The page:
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GDC 2010: Games are a key element of Windows Phone 7

GDC 2010: Games are a key element of Windows Phone 7
Building on the momentum from its reveal at Mobile World Congress, Microsoft is stressing the importance of games to its Windows Phone 7 platform, which has full integration with the Xbox Live platform including avatars, gamer tags and achievements.

"Games is a first class citizen. It's a key experience for Windows Phone 7," stated Ron Pessner, general manager, Xbox Live mobile.

At GDC, the company's big announcement was the launch of XNA 4.0 Game Studio, the latest version of its development environment for Windows Phone 7 Series, Xbox 360 and PC.

Gunning for 3D

This is particularly important as it introduces optimised Direct3D APIs for hardware accelerated graphics for Windows Phone 7 devices.

Microsoft has been highlighting this with game demos including The Harvest from Luma Arcade and Battle Punks from Gravity Bear and Mythos Labs. Both were created in around three weeks; something Pessner stressed demonstrated the efficiency of using XNA.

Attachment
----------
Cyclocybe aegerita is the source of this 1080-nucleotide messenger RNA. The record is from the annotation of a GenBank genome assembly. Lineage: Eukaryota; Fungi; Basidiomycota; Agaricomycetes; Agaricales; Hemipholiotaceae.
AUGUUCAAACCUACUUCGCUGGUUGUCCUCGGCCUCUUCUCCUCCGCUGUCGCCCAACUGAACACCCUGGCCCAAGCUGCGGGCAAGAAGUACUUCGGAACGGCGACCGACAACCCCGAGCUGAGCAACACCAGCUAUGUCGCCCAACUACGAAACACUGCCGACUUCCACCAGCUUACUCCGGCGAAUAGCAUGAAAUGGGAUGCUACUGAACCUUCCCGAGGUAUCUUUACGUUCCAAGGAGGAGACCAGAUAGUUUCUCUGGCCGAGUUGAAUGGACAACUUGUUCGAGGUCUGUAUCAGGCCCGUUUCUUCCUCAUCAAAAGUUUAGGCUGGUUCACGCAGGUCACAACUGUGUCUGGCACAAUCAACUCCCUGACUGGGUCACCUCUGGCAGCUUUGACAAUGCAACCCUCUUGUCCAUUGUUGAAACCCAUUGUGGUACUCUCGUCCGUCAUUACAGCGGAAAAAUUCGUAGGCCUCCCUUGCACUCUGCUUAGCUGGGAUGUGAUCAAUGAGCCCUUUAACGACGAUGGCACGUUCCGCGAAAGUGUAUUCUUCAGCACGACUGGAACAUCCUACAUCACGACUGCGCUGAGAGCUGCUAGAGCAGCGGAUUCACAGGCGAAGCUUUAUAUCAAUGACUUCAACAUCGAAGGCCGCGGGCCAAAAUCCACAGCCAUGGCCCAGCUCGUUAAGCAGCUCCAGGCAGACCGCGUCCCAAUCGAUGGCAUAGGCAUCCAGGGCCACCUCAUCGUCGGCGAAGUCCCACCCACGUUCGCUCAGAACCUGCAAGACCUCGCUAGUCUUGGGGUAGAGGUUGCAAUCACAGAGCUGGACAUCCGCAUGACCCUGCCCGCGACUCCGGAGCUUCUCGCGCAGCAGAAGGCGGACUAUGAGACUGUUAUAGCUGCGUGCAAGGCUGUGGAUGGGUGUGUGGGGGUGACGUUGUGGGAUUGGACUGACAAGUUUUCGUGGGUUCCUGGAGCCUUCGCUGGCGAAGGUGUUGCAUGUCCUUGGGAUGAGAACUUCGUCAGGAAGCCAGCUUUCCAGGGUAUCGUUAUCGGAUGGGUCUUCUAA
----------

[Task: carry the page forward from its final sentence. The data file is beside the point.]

"We think it will enable developers to make better games faster," he said. "Productivity is a major focus for XNA 4.0 Game Studio."

Another key feature is the cross-platform nature of development, with around 90-95 percent of code reckoned to be reusable across Windows Phone 7, Xbox 360 and PC. Changes are generally focused around input and screen resolution and orientation.

"There have been over one million downloads of XNA Game Studio so there are a lot of people who are familiar with the tools. We're really excited to see what developers will come up with for Windows Phone 7," Pessner said.

And with the likes of EA Mobile, Gameloft, Glu Mobile, Capcom and Oberon also signed up to provide games for the holiday 2010 launch, it seems both the indie and major elements of the market will be well covered.

Contributing Editor

A Pocket Gamer co-founder, Jon is Contributing Editor at PG.biz which means he acts like a slightly confused uncle who's forgotten where he's left his glasses. As well as letters and cameras, he likes imaginary numbers and legumes.

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